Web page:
2 IceCube predecessor:AMANDA (Antarctic Muon And Neutrino Detector Array)Completed in year 2000From 2005 on: Amanda will merge with its successor experiment IceCube (currently in construction)
3 New types of telescopes using high-energy neutrinos Search of colliding galaxies, exploding stars, gamma-ray bursts and dark matterNew types of telescopes using high-energy neutrinosNeutrinos= ideal astronomical messangers: Are able to leave compact sources and travel unhindered from distant reaches and violent astrophysical phenomenapecosmic rays +neutrinosgamma-rays0+n
4 Travel in straight line (≠protons) Transparent Universe (≠γ)UHE neutrinos are a new observation channel for studying astrophysical objects and the highest energy phenomena producing UHE cosmic rays
5 Using large quantities of ice as neutrino detector Cross section for neutrino interaction is very small. So, giant detectors are neededUsing large quantities of ice as neutrino detectorAMANDA / IceCubeMain Goal:IceCube will search for extra-terrestrial neutrinos in the high-energy range (1011eV-1019eV) , from sources such as active galaxies, or gamma-ray bursts(supernova explosions, gamma-ray bursts, black holes or other extra-galactic events)One hopes to find some information about the physical processes associated with those high energies. As well as to reveal (parts of) the nature of Dark Matter.
6 Advantage of ice (over water): Clean, transparent materialLack of radioactivityAbsence of biological activityLow temperatures reduce dark noise ratesStable ground
7 Detection Method: Neutrino collides with atom of ice => produces muonIn ultra-transparent ice, muon radiates Cherenkov light and Cherenkov photons are detected by array of photomultiplier tubesTracks are reconstructed of photon arrival timesGeometry: relative OM position known within 0.5 m, absolute depth to within 1m+ N XnmmOptical module15m
8 Neutrinos are measured from below (neutrino separation: upward going tracks)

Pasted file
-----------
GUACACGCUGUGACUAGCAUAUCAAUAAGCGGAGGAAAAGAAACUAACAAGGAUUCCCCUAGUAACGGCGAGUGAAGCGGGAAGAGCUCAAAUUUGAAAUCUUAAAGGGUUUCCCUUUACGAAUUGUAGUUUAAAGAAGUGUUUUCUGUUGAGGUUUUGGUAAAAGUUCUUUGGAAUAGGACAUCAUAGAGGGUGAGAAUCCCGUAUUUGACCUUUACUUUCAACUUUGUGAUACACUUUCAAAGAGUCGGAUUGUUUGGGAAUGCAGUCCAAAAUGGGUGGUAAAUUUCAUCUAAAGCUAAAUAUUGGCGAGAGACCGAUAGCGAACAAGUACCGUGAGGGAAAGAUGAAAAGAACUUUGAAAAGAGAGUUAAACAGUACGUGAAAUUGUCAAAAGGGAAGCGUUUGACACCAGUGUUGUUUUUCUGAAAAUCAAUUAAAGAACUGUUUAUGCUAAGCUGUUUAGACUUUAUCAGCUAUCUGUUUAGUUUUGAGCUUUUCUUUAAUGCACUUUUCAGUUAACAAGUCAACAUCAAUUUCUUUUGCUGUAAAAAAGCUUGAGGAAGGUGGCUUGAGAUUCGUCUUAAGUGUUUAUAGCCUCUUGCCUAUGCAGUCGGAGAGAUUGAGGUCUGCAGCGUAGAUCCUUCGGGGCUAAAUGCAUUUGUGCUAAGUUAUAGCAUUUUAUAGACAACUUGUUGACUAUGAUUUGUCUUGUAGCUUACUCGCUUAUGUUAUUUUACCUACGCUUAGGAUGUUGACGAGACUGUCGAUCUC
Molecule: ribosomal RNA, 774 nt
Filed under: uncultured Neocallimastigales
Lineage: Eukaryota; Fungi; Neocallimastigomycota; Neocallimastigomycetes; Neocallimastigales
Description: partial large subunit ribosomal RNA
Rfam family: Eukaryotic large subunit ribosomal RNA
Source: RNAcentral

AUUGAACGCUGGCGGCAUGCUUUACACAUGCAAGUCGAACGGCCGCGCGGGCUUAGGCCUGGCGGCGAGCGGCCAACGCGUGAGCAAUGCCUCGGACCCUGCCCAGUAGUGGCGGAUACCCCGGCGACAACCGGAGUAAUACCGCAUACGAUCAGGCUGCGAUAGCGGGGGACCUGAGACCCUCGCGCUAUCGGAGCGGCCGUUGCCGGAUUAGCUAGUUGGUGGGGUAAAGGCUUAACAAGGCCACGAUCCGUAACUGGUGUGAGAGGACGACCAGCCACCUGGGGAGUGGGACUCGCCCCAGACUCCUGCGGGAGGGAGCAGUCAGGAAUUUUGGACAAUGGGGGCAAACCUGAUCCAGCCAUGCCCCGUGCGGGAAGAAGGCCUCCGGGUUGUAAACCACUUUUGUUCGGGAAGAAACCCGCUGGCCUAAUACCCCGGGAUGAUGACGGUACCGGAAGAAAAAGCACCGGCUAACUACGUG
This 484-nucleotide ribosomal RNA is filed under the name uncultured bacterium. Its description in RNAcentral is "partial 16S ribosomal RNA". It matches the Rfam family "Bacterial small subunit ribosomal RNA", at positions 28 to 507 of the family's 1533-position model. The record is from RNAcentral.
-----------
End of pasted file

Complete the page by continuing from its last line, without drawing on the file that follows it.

9 The IceCube Collaboration (formerly known as AMANDA) Alabama University, USABartol Research Institute, Delaware, USAPennsylvania State University, USAUC Berkeley, USAUC Irvine, USAClark-Atlanta University, USAUniversity of Alaska, Anchorage, USAUniv. of Maryland, USAIAS, Princeton, USAUniversity of Wisconsin-Madison, USAUniversity of Wisconsin-River Falls, USALBNL, Berkeley, USAUniversity of Kansas, USASouthern University and A&M College, Baton Rouge, USAThe IceCube Collaboration(formerly known as AMANDA)USA (14)JapanEurope (15)Chiba University, JapanUniversity of Canterbury, Christchurch, NZNew ZealandUniversite Libre de Bruxelles, BelgiumVrije Universiteit Brussel, BelgiumUniversité de Mons-Hainaut, BelgiumUniversiteit Gent, BelgiumHumboldt Universität, GermanyUniversität Mainz, GermanyDESY Zeuthen, GermanyUniversität Dortmund, GermanyUniversität Wuppertal, GermanyMPI Heidelberg, GermanyUppsala University, SwedenStockholm University, SwedenImperial College, London, UKOxford University, UKUtrecht University, NetherlandsANTARCTICA
11 The IceCube array in the deep ice The IceCube array in the deep ice. The dark cylinder is the AMANDA detector, incorporated into IceCube.
12 IceTop (= Surface component of IceCube): 80 IceTop stations at the surface with 2 tanks per station.Air shower array to study cosmic ray composition. Further, coincident events between IceTop and the in-Ice detector provide useful cross-checks of the detector performanceInside an IceTop tank
13 AMANDA IceCube~677 photomultiplier tubes (PMTs) arranged on 19 stringsPlaced between 1500m and 2000mDetector area500m x 200m4800 photomultiplier tubes (PMTs) on 80 strings (60 on each string)Placed at depths between 1450m-2450m1km3 of ice as detector